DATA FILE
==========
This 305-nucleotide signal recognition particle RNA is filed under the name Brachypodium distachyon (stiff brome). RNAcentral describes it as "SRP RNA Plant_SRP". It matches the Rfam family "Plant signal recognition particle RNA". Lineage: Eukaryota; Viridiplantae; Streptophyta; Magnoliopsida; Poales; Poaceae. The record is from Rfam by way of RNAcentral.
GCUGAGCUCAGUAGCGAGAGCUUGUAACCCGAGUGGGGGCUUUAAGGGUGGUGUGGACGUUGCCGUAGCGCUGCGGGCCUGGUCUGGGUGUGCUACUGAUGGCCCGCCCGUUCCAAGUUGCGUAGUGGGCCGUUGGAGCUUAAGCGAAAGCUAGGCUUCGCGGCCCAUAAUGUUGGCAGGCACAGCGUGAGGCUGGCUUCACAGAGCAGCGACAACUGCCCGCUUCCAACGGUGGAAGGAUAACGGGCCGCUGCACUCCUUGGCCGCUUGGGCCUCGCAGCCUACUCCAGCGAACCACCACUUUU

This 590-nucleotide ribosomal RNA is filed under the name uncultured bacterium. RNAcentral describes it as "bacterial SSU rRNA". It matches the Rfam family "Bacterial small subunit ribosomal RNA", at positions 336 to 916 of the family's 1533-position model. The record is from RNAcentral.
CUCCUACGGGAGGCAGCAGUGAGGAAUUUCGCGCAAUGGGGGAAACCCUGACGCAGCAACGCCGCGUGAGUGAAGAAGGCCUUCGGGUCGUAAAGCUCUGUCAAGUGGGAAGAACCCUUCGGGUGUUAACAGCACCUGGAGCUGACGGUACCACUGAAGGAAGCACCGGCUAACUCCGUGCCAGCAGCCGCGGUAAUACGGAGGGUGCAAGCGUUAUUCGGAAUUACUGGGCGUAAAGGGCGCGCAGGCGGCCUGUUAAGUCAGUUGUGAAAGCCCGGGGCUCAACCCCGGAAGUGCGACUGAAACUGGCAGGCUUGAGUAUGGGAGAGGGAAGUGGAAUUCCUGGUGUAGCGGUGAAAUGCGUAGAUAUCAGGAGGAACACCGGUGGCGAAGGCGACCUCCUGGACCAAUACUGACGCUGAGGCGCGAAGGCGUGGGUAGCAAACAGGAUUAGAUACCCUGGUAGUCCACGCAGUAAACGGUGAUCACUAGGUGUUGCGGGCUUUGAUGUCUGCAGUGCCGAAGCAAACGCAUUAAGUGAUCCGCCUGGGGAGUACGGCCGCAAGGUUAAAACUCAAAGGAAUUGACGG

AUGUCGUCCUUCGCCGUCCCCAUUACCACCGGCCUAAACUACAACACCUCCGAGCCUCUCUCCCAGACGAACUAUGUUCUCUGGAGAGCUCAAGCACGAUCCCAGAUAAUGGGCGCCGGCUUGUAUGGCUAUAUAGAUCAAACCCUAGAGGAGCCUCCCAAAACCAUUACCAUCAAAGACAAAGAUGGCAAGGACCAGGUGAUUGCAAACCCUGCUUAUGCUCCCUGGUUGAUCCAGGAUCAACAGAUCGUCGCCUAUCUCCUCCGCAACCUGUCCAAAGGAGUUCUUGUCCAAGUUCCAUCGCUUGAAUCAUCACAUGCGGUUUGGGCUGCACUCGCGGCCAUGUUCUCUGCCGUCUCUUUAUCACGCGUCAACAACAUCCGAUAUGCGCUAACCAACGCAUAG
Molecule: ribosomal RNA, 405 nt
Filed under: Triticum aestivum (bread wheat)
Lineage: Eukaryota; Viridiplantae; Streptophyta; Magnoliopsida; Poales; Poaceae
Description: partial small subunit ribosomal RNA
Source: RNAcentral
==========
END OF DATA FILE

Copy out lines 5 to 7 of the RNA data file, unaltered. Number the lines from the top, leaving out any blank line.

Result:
AUGUCGUCCUUCGCCGUCCCCAUUACCACCGGCCUAAACUACAACACCUCCGAGCCUCUCUCCCAGACGAACUAUGUUCUCUGGAGAGCUCAAGCACGAUCCCAGAUAAUGGGCGCCGGCUUGUAUGGCUAUAUAGAUCAAACCCUAGAGGAGCCUCCCAAAACCAUUACCAUCAAAGACAAAGAUGGCAAGGACCAGGUGAUUGCAAACCCUGCUUAUGCUCCCUGGUUGAUCCAGGAUCAACAGAUCGUCGCCUAUCUCCUCCGCAACCUGUCCAAAGGAGUUCUUGUCCAAGUUCCAUCGCUUGAAUCAUCACAUGCGGUUUGGGCUGCACUCGCGGCCAUGUUCUCUGCCGUCUCUUUAUCACGCGUCAACAACAUCCGAUAUGCGCUAACCAACGCAUAG
Molecule: ribosomal RNA, 405 nt
Filed under: Triticum aestivum (bread wheat)